In a series of unexpected moves on Friday, the lead attorney representing accused racketeering boss Michael J. Miske Jr. asked to withdraw from the case, and his co-counsel came under fire from prosecutors for alleged conflicts of interest that, prosecutors say, should also disqualify her from continuing to represent the former business owner.

With the trial scheduled to begin in mid-April and last three to four months, the legal bombshell could potentially shake the case to its foundations.

Tom Otake, Miske’s lead attorney since August 2017, filed a motion Friday just before noon seeking to withdraw from the case, citing “a genuine conflict of interest that obliges me to withdraw from representation of Mr. Miske.”

Kenji Price announces the indictment of Michael Miske Jr. for operating a criminal enterprise in Hawaii. Yoohyun Jung/Civil Beat/2020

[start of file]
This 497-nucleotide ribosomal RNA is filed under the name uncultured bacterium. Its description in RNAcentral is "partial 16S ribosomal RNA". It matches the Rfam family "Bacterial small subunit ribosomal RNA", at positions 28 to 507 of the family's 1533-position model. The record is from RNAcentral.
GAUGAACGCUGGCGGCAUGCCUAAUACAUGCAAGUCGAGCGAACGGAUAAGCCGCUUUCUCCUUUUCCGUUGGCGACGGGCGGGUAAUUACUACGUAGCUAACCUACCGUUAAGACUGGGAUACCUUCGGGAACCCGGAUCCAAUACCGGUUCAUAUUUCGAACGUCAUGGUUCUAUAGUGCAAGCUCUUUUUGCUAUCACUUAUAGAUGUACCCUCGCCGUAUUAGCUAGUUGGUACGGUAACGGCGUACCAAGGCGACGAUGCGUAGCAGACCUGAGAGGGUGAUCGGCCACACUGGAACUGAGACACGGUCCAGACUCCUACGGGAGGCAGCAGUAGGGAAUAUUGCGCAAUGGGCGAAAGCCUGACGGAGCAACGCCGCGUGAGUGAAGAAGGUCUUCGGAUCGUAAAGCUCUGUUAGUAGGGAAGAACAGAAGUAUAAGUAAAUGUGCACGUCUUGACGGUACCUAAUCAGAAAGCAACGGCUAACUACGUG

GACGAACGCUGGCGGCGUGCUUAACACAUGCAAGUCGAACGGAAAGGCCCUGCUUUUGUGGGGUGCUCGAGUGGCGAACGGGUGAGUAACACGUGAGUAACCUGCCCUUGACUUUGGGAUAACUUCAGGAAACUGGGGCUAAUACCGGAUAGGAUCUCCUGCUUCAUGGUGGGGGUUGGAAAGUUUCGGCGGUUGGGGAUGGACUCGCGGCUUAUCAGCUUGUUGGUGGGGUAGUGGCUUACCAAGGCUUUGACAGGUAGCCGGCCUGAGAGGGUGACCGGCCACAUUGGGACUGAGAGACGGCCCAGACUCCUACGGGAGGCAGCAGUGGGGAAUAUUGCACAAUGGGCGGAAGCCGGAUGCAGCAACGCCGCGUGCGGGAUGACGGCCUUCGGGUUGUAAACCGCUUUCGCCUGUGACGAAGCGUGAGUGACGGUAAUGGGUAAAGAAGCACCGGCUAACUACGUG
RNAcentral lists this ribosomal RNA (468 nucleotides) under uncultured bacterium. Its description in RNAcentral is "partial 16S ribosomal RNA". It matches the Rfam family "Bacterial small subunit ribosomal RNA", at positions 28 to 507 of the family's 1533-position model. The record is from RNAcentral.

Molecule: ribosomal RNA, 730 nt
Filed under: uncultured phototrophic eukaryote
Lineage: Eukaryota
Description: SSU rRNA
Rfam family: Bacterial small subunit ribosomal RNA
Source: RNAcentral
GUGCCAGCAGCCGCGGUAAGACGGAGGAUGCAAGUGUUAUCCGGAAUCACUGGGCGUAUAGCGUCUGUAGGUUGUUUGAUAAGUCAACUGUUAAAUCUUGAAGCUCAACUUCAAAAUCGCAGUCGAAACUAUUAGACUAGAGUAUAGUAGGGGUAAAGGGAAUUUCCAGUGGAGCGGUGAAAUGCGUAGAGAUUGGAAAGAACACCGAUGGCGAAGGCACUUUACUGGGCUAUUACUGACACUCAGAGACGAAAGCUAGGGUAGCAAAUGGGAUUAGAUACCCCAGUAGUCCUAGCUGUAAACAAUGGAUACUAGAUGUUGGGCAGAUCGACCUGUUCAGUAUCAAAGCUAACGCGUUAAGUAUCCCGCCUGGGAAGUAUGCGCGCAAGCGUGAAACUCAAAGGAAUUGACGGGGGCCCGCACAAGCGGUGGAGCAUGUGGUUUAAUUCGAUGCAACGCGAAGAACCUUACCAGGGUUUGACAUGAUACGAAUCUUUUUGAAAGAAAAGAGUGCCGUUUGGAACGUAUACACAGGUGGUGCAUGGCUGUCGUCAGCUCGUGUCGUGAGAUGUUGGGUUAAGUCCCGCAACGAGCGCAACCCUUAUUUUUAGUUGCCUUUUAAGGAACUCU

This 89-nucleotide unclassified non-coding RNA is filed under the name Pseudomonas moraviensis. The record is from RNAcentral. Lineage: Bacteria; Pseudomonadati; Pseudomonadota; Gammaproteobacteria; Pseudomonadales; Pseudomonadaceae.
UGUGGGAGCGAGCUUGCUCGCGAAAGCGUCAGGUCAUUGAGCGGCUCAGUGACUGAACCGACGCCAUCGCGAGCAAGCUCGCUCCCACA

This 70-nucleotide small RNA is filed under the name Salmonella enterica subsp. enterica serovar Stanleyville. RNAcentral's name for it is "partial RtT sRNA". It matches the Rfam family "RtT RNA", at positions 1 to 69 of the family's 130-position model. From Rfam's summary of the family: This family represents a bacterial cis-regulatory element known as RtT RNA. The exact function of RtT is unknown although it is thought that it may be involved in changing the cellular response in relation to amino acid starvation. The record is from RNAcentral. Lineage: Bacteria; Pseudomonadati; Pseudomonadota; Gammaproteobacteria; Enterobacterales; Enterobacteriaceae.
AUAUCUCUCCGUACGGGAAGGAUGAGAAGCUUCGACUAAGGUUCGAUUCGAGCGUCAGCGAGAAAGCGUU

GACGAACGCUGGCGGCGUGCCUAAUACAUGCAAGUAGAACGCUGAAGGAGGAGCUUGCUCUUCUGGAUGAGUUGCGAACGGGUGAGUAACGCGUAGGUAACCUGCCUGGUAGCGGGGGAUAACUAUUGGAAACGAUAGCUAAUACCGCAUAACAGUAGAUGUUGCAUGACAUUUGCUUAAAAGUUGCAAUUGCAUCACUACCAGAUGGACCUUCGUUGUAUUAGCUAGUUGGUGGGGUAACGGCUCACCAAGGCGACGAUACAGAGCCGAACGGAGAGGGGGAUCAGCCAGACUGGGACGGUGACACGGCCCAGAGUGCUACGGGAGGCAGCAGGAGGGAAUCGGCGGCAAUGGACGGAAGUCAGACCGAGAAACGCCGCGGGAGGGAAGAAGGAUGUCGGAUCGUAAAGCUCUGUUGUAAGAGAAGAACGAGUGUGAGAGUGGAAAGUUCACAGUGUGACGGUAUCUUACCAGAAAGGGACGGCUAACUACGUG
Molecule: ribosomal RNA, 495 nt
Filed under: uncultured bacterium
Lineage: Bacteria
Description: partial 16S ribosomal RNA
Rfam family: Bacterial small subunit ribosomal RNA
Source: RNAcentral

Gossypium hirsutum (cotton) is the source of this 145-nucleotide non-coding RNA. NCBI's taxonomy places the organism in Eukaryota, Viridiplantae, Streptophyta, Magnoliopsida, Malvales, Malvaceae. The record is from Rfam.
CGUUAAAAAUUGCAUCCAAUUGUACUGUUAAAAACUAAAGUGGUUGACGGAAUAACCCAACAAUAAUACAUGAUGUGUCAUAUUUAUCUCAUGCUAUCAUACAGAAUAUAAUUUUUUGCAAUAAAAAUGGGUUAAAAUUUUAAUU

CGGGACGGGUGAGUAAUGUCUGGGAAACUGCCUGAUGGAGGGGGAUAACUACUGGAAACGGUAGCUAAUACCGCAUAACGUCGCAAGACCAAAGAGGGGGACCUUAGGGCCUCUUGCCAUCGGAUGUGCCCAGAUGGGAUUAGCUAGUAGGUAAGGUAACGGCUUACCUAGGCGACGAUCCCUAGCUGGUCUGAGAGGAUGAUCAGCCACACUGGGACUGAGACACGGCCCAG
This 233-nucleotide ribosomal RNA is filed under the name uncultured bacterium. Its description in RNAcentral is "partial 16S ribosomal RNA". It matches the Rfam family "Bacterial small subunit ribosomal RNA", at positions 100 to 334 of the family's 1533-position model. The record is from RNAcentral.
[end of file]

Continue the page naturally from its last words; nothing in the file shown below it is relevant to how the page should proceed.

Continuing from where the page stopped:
Miske hired Otake and co-counsel Lynn Panagakos nearly three years before the former owner of Kamaaina Termite and Pest Control was named in a 22-count indictment and taken into custody at his Kailua home in July 2020.

Otake said his motion to withdraw was prompted by information disclosed to him by the government on Thursday, according to a declaration accompanying the motion. He said the latest information is “completely unrelated” to conflicts created by two obstruction of justice charges added to the case against Miske last month.

A third superseding indictment alleges Miske and at least two associates were involved in creating two fraudulent character reference letters, which were among seven letters turned over to Otake and Panagakos. The letters were later filed in federal court in an unsuccessful effort to obtain Miske’s release from custody pending trial.

By unwittingly handling the fraudulent documents, and presenting them in court, the attorneys became conduits for and potential witnesses to these alleged crimes, putting them in a sensitive and legally awkward, perhaps untenable, position.

But Otake said his request to step aside is “completely unrelated” to the conflicts created by their gathering and subsequent use of the fraudulent letters in court.